Hamlet: World Of Illusions Of The Main Character

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The contradiction between repelling thoughts may lead a character to his or her demise. Within the tragedy, Hamlet by poet William Shakespeare unfolds the many aspects of deception and revenge. Moreover, the person behind those actions falls into deep consideration been right from wrong. However, the basis between what is defined as right or wrong is established based on his or her intentions. As a result, Prince Hamlet falls into ambiguity when he is left to decide whether to approve or act upon Claudius’ treacherous marriage to his mother.

Hamlet’s first impressions of his mother’s hasty marriage leave him in disarray. Depressed and infuriated Hamlet states, “O that this too solid flesh would melt… / But break, my heart, for I must hold my tongue” (Shakespeare 1. 2. 42-44). Here, it could be seen that Hamlet is overburdened with the death of his biological father alone. Also, to mound more frustrations upon Hamlet is Gertrude’s marriage to King Hamlet’s brother Claudius. Combining the two actions lead Hamlet into disparity, so much so that he considers suicide as a feasible option. Yet, as a Protestant Hamlet knows that suicide is prohibited, and a sin if one were to commit to the sorrowful act. The two diverging thoughts about whether to honor his mother’s marriage or continue to mourn for his lost father pulls Hamlet apart. To such a great extent that he concludes that women are nothing more but fiends who cling to men at the slightest display of affection.

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Moreover, left with such a bitter taste, Hamlet distrusts all women even the one he considers his love. Hamlet believes Ophelia, daughter of Polonius, was his love but it was stripped from him after Gertrude’s marriage. Throughout the tragedy, it showcases Hamlet treating Ophelia with continuous, ill-mannered actions such as yelling discourteous comments at her. However, there are hints weaved into the plot that Hamlet is only doing so as a ruse. Hence, it implies that Hamlet genuinely still loves Ophelia but must carry the burden to mask his true feelings to not jeopardize his goals. Making it compelling that Hamlet despises that he must commit to the obligation of sacrificing his relationship with Ophelia.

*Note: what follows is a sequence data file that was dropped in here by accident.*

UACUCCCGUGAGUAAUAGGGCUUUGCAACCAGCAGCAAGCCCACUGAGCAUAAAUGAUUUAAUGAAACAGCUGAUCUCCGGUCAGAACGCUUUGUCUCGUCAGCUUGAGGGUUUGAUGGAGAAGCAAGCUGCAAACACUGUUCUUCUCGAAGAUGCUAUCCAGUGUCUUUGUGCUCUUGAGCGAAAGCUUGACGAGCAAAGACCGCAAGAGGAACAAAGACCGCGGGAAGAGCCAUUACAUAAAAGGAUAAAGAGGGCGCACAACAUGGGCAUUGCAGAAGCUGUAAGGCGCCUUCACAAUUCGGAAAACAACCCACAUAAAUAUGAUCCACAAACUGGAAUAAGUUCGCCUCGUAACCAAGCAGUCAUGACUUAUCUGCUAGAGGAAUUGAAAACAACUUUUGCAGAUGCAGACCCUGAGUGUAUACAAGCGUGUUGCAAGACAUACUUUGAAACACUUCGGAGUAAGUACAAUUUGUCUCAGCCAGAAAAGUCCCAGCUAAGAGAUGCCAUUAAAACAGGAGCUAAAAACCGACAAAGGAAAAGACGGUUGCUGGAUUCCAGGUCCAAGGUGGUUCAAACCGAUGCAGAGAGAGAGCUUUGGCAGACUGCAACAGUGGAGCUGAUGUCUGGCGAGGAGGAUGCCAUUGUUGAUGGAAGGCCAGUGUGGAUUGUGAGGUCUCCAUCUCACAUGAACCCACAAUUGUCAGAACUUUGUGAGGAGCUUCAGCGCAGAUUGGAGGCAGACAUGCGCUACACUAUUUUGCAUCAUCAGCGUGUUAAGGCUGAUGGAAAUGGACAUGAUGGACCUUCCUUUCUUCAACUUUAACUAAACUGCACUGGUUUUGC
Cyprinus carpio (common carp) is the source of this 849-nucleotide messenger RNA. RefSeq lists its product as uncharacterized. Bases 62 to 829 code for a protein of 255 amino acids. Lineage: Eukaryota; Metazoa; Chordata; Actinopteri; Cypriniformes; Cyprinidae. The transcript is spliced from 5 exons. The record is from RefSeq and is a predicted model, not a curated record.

Furthermore, before knowing Claudius’ scheme on how he claimed the throne Hamlet encountered an apparition of his murdered father. In the moments leading to King Hamlets’ unveil of Claudius’ treasonous actions Hamlet mentally questioned his legitimacy. His thought even validates the idea that the ghost of King Hamlet could possibly be a demon with malicious intentions. Therefore, it unfolds one of Hamlet’s first conflicting desires because he wants to believe the ghost yet is still wary of the possible risks.

Enraged by what he has learned of Claudius, Hamlet develops a plan to avenge King Hamlet. Amid his plan, Hamlet confirms that Claudius murdered King Hamlet with the play the Murder of Gonzago, which is coincidentally a mirror to King Hamlet’s death. Later, Hamlet finds Claudius pray and contemplates, “Now might I do it pat, now he is a-praying… / This physic but prolongs thy sickly days” (3. 3. 76-100). Shrouded by temptation Hamlet, at first, readies his word to slay Claudius while at his prayers. Hamlet’s ambitions place him on the brink of ending it all, however, yet again religion inclines him to turn a blind eye. As a Protestant, anyone murdered while praying would simply be brought to heaven, while the murder would be sent to hell. So, as Hamlet regains his stability he realizes that murdering a man under prayer would only contradict his objective. Thus, the situation in its entirety symbolizes the premise of opposing ambitions.

In conclusion, Hamlet could be summarized by Alan Watts who states, “A person who thinks all the time has nothing to think about except thoughts. So, he loses touch with reality and lives in a world of illusions. By thoughts I mean specifically “chatter in the skull”… perpetual and compulsive repetition of words… of reckoning and calculating”.  

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